BM3D is considered state of the art in Image Denoising. I am trying to implement the algorithm in Matlab. Right now, I am done with the 3D wavelet transform in the first step, and to be precise, the equation 3 in the aforementioned paper. What I want to do now is to carry out the equation 5 on my de-noised patches in 3D domain. Can someone please explain the equation 5, the aggregation scheme, a bit more lightly?
The intuition behind BM3D is the same as other non-local algorithms: an image is made by the juxtaposition of many, self-repetitive small image elements called patches. Thus, when looking at small enough pieces, it is possible to find enough similar patches that can be combined and denoised together.
The different non-local algorithms are different in the way used to combine these similar patches. BM3D relies on sparsity. This principle has become widely accepted now, and basically states that for many useful signals (including images) there exists at least one frame where this signal can be decomposed into a small number of meaningful components.
For images, DCT and wavelet basis are obvious candidates for the sparse frame: JPEG / JPEG2k compression rely on the transformation of the input images into 8-by-8 blocks followed by retaining the strongest coefficients, which is indeed a sparsifying transform.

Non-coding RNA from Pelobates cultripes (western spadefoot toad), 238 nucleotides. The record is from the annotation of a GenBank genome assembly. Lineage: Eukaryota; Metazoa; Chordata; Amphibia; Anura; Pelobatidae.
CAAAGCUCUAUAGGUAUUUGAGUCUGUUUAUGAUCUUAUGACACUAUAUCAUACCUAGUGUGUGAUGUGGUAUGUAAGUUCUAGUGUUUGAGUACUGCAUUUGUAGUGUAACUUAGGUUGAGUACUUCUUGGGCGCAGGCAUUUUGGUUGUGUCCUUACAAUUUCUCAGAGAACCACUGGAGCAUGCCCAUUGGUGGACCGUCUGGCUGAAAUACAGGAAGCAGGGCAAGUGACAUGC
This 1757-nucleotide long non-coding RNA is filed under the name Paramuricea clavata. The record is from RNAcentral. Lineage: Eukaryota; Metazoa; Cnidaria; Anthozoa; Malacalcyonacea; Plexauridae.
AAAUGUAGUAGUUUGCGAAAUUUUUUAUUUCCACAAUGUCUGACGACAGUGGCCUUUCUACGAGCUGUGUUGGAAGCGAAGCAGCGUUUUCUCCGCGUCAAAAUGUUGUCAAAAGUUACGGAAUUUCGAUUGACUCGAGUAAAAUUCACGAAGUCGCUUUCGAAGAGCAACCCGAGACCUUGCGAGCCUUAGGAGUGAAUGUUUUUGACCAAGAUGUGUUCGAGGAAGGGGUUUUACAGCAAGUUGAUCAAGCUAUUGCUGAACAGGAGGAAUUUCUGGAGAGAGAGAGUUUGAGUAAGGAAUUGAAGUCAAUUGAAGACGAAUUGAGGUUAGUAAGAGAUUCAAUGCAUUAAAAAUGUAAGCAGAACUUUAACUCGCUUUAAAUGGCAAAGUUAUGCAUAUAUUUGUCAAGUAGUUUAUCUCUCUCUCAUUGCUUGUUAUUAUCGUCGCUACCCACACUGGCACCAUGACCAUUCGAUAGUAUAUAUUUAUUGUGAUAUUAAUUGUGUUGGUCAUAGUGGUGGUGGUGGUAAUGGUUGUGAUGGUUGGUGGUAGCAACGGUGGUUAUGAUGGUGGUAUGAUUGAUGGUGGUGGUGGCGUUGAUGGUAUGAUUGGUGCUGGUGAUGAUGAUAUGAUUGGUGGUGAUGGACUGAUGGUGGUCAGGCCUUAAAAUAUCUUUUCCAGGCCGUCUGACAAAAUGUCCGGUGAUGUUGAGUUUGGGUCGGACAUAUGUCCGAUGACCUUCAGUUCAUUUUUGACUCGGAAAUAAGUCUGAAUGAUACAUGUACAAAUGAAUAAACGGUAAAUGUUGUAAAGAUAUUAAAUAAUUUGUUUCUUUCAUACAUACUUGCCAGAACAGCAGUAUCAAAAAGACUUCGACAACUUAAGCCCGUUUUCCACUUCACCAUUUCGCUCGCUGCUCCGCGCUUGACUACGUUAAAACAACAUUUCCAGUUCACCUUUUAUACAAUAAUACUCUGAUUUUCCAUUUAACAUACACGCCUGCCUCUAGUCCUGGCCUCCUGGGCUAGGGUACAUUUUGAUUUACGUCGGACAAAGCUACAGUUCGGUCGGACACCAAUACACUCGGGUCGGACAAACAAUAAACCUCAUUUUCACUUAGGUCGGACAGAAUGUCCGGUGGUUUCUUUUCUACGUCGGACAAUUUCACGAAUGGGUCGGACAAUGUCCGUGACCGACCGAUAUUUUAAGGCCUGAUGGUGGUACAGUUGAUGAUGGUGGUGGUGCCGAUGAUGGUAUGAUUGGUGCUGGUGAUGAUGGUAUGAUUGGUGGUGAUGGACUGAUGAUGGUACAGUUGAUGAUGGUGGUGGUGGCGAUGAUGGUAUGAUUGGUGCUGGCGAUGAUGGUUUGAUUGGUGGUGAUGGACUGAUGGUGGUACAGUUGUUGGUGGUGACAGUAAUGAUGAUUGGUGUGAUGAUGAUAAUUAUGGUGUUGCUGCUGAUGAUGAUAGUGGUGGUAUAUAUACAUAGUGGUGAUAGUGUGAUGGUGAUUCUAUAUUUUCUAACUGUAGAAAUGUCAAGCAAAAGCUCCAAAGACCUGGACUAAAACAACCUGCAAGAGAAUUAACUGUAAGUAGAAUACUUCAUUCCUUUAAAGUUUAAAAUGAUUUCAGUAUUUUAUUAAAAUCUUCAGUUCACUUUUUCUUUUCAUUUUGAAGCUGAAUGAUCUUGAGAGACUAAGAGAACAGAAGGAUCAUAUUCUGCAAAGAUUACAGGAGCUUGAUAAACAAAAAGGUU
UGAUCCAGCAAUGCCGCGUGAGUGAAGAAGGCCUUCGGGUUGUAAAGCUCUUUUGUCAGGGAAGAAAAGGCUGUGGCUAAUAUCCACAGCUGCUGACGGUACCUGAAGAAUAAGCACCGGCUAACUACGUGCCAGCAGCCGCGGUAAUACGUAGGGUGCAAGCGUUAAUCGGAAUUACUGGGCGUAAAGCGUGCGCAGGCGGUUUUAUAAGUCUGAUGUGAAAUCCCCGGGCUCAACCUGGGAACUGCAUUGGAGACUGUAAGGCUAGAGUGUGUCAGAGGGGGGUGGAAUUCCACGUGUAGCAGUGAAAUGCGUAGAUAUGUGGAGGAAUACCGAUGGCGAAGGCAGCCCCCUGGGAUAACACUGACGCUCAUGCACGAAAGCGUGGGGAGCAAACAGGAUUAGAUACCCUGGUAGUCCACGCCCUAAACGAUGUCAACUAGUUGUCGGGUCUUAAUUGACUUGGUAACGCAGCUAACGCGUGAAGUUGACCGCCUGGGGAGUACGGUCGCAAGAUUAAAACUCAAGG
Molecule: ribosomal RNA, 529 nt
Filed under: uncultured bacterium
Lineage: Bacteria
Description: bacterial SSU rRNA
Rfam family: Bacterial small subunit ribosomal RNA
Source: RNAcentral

When noise is added to a signal, its frequencies get mixed or added to the frequencies of the noise-free signal. For example, white noise adds non-zero values to the whole spectrum. Thus, finding a sparse approximate of a noisy signal (in a good basis of course) yields usually a good denoising performance.
The 3D transform of BM3D is actually a 2D+1 transform.
Algorithmically, this is what happens (I'll describe the mathematical intuition afterwards):
- make a stack of similar patches. All the patches of the stack are supposed to be small variants of the same ideal (noise free) patch. The variant term is important, you'll see why later;
- take a 1D transform (DCT / wavelet) along one of the horizontal axes;
- take a 1D transform (DCT / wavelet) along the other. What you have now is a stack of transformed patches;
- now, take the transform of choice (DCT / wavelet / Wiener filtering) along the vertical axis. What you are doing here is taking a transform (DCT / wavelet) or directly computing a denoised value (Wiener filtering) for each point in the vertical column;
- (optional) if you used DCT / wavelet transform, apply a sparsifying transform, usually hard thresholding.
- Then, compute the denied patches by inverting the different transforms (in reverse order);
- now, back project the result to the original patch locations. Patches can (and will) overlap when you denies the whole image. This raises an important practical question: how do you fuse the results on overlapping areas? Which denoised patch is the most reliable? BM3D uses Eq. 5 to fuse the results by a weighted averaging: the weight of a back-projected patch is inversely proportional to the variance in the patch stack. When the variance of the stack is high, it means that the patches did not really come from the same ideal one, and thus the result is marked as less reliable.
Mathematically, the intuition is that most patches should be sparse in some good domain (typically, DCT domain for $8 \times 8$ patches). BM3D also supposes that patches in a stack are variants of a same patch, and thus the variations between these transformed patches and the ideal patch (in the transformed domain) should also be sparse. This assumption is enforced by the 3rd transform and the hard thresholding step.